Florida law requires that your health care provider or health care facility recognize your rights while you are receiving medical care and that you respect the health care provider’s or health care facility’s right to expect certain behavior on the part of patients. You may request a copy of the full text of this law from your health care provider or health care facility. A summary of your rights and responsibilities follows:

A patient has the right to be treated with courtesy and respect, with appreciation of his or her individual dignity, and with protection of his or her need for privacy.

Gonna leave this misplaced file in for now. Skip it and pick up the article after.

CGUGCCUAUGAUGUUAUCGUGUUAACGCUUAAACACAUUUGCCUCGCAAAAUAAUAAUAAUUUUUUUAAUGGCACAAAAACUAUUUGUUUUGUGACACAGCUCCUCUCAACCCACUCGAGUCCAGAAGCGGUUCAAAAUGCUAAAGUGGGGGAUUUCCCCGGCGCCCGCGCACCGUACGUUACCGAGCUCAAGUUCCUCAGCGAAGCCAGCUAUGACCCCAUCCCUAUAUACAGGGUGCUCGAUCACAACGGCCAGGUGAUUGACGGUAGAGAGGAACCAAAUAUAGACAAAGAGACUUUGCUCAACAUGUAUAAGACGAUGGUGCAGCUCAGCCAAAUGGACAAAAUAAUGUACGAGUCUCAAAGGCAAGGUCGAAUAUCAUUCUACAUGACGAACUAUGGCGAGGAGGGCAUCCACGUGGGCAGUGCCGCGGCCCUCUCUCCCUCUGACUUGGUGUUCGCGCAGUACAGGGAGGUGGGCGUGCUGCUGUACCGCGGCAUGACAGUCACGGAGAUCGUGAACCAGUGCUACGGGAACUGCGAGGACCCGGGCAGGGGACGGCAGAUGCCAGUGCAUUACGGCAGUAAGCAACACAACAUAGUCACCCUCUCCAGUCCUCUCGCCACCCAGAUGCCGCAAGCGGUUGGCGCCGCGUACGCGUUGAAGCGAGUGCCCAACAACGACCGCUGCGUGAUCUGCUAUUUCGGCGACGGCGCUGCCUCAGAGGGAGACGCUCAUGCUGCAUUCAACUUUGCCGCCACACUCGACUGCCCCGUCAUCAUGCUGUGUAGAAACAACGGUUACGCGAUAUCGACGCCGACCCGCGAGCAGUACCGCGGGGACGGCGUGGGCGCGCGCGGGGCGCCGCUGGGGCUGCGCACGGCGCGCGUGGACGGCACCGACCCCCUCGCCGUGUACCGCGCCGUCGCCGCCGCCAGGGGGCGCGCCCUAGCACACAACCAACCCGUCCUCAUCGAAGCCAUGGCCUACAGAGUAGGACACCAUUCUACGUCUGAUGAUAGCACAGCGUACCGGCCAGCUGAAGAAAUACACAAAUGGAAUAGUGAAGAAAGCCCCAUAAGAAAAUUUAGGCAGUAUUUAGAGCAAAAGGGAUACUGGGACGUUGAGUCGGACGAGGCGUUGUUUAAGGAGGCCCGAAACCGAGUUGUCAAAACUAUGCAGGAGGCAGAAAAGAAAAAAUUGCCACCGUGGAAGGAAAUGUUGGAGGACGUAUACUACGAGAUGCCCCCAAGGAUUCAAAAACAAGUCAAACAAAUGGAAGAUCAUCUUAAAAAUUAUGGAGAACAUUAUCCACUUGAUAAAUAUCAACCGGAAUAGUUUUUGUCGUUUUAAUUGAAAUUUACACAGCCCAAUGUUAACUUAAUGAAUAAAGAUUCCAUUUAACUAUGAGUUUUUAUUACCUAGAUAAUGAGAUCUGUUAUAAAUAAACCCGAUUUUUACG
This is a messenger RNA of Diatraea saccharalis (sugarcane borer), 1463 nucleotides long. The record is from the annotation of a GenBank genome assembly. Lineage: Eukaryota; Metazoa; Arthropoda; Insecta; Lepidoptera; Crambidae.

A patient has the right to a prompt and reasonable response to questions and requests.

A patient has the right to know who is providing medical services and who is responsible for his or her care.

A patient has the right to know what patient support services are available, including whether an interpreter is available if he or she does not speak English.

A patient has the right to know what rules and regulations apply to his or her conduct.

A patient has the right to be given by the health care provider information concerning diagnosis, planned course of treatment, alternatives, risks, and prognosis.

A patient has the right to refuse any treatment, except as otherwise provided by law.

A patient has the right to be given, upon request, full information and necessary counseling on the availability of known financial resources for his or her care.

A patient who is eligible for Medicare has the right to know, upon request and in advance of treatment, whether the health care provider or health care facility accepts the Medicare assignment rate.